June 10, 2016
Every year, Senate leaders want to get the annual defense bill finished early, but their success rate in recent years hasn't been good.
This year, the Armed Services Committee finished drafting the bill and got it before the full Senate in record time.
But this “must pass” bill has attracted over 500 amendments on everything from Guantanamo detainees to the titles of Pentagon officials.
Two major amendments posed immediate challenges.
One offered by Committee chair Sen. John McCain (R-Ariz.) would add $18 billion to the overseas contingency operations (OCO), commonly referred to as the war-time account, to pay for a higher military pay raise and larger force levels, among other things. But some see this as a violation of last year's budget agreement, and others have problems using the OCO account (which isn't subject to budget limits) to get around spending caps.
Another amendment offered by Sen. Jack Reed (D-R.I.), ranking member of the committee, would add another $18 billion to non-defense accounts. The rationale is sequestration required equal cuts in defense and non-defense spending, so any exception should apply equally to both.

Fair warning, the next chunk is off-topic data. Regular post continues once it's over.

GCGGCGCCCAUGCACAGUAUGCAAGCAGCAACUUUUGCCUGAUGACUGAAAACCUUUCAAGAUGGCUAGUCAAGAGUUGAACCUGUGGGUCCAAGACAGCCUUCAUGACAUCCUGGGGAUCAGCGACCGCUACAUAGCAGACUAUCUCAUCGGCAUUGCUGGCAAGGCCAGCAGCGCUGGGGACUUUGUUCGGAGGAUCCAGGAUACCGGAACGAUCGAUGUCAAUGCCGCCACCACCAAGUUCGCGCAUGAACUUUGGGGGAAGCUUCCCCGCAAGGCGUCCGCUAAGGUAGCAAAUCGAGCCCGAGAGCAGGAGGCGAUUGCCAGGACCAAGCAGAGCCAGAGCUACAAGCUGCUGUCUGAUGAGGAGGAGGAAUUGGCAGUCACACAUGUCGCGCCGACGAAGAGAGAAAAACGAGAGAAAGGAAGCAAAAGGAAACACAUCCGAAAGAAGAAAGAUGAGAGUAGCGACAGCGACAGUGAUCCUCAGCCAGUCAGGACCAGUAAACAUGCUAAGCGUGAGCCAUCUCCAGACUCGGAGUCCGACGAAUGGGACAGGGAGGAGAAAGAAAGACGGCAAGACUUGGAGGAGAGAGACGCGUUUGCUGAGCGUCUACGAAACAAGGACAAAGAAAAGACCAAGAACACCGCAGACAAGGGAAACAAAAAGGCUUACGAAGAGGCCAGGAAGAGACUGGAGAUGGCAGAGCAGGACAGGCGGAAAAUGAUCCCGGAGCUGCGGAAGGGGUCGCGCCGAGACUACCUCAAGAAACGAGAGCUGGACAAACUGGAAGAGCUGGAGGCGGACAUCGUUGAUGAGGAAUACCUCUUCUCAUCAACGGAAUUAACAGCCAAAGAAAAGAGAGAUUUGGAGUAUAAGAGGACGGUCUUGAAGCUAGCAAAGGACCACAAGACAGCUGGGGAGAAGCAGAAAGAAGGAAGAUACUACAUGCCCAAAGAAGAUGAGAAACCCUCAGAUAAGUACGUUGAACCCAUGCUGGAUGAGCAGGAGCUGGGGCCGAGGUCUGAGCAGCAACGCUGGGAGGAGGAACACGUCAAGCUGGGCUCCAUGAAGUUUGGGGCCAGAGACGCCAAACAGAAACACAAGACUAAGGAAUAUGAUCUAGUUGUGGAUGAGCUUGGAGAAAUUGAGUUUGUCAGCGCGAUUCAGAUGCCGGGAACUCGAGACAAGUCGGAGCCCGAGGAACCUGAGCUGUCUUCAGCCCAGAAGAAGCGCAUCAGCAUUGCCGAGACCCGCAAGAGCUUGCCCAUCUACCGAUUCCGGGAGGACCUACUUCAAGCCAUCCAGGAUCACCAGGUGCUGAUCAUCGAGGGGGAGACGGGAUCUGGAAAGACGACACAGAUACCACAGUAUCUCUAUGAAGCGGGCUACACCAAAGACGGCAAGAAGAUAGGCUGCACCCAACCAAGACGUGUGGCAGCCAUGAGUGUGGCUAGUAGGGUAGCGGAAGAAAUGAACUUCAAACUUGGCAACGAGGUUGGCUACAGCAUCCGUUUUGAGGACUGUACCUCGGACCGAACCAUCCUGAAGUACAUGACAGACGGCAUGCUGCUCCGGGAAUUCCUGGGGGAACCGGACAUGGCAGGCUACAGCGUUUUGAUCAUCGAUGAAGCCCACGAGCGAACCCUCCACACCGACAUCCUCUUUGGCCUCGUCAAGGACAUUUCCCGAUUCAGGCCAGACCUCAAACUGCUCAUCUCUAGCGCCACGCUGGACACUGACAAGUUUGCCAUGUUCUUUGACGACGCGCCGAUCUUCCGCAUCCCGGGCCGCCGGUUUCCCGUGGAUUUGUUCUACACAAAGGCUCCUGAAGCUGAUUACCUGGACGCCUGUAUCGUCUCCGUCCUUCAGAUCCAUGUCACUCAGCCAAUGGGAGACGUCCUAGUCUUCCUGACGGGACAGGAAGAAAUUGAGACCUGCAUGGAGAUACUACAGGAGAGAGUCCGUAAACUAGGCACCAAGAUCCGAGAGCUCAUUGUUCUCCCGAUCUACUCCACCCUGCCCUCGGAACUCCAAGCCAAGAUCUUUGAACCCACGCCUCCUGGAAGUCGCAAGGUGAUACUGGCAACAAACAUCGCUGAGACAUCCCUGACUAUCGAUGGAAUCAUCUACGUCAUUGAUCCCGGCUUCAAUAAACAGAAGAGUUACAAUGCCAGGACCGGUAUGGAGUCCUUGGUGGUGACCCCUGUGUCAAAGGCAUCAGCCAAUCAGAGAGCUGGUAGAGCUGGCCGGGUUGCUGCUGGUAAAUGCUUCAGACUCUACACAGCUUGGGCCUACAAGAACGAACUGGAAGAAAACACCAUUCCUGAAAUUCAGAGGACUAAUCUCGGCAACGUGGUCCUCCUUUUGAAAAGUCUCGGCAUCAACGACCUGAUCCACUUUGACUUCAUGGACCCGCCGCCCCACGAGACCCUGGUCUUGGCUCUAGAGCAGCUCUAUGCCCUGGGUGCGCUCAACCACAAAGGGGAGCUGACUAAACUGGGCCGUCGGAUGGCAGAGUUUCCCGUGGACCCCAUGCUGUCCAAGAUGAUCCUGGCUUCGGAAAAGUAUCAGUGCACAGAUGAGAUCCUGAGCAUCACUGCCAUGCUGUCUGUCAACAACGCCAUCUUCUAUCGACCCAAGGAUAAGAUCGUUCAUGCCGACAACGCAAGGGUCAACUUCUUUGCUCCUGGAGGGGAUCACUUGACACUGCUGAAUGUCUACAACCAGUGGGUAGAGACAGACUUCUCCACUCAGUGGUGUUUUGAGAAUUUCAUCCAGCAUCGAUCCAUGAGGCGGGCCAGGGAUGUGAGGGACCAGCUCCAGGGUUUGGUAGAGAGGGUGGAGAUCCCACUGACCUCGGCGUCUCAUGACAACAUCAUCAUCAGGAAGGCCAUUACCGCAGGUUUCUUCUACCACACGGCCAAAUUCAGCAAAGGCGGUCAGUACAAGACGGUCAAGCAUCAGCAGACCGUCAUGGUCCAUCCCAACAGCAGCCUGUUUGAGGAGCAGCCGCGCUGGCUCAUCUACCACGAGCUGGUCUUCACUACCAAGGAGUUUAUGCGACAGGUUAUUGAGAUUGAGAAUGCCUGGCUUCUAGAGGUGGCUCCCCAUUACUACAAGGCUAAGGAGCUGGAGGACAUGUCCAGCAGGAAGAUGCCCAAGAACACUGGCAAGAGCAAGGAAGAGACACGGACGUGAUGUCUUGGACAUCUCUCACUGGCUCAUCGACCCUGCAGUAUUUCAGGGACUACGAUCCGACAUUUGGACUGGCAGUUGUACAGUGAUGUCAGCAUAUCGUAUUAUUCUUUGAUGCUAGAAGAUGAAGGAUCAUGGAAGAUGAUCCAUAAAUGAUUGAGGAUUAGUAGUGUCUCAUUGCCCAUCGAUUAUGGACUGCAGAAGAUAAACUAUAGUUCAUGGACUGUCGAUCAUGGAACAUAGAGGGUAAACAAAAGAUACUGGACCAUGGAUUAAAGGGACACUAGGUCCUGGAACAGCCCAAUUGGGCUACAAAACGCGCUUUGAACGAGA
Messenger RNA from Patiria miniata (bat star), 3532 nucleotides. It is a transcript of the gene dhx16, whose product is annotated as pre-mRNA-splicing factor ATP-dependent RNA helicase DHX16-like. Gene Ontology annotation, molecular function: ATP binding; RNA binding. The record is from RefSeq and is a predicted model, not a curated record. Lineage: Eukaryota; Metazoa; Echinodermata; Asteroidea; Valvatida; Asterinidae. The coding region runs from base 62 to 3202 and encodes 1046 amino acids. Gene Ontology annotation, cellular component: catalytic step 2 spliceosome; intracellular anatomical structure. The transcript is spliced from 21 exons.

These are contentious enough that leadership filed for cloture on both amendments, and neither amendment received the 60 votes needed to cut off debate, meaning that debate can continue indefinitely.
Because of this standoff, it appears the additional funds won't be approved for either, mainly because of the general refusal of each party to allow a vote on the other party's amendment.
In addition to these two amendments, senators had hundreds more to sort through. As a result, Majority Leader Mitch McConnell (R-Ky.) filed a cloture motion on the entire defense bill. The Friday morning vote succeeded 68-23.
Cloture usually limits not only debate time, but also puts restrictions on what kinds of amendments can be considered. In the past, this has meant limiting amendments to issues already covered in the bill, which could be used to block Sen. Harry Reid's (D-Nev.) concurrent receipt amendments, for example. In other cases, leaders have agreed to limit amendments to a specific number for each party.
It's not an easy issue. MOAA wants a defense bill passed without having to wait until late in the year. But we also hope to get votes on important amendments on concurrent receipt, the military pay raise, and housing allowance changes, among others.
We'll keep you posted.
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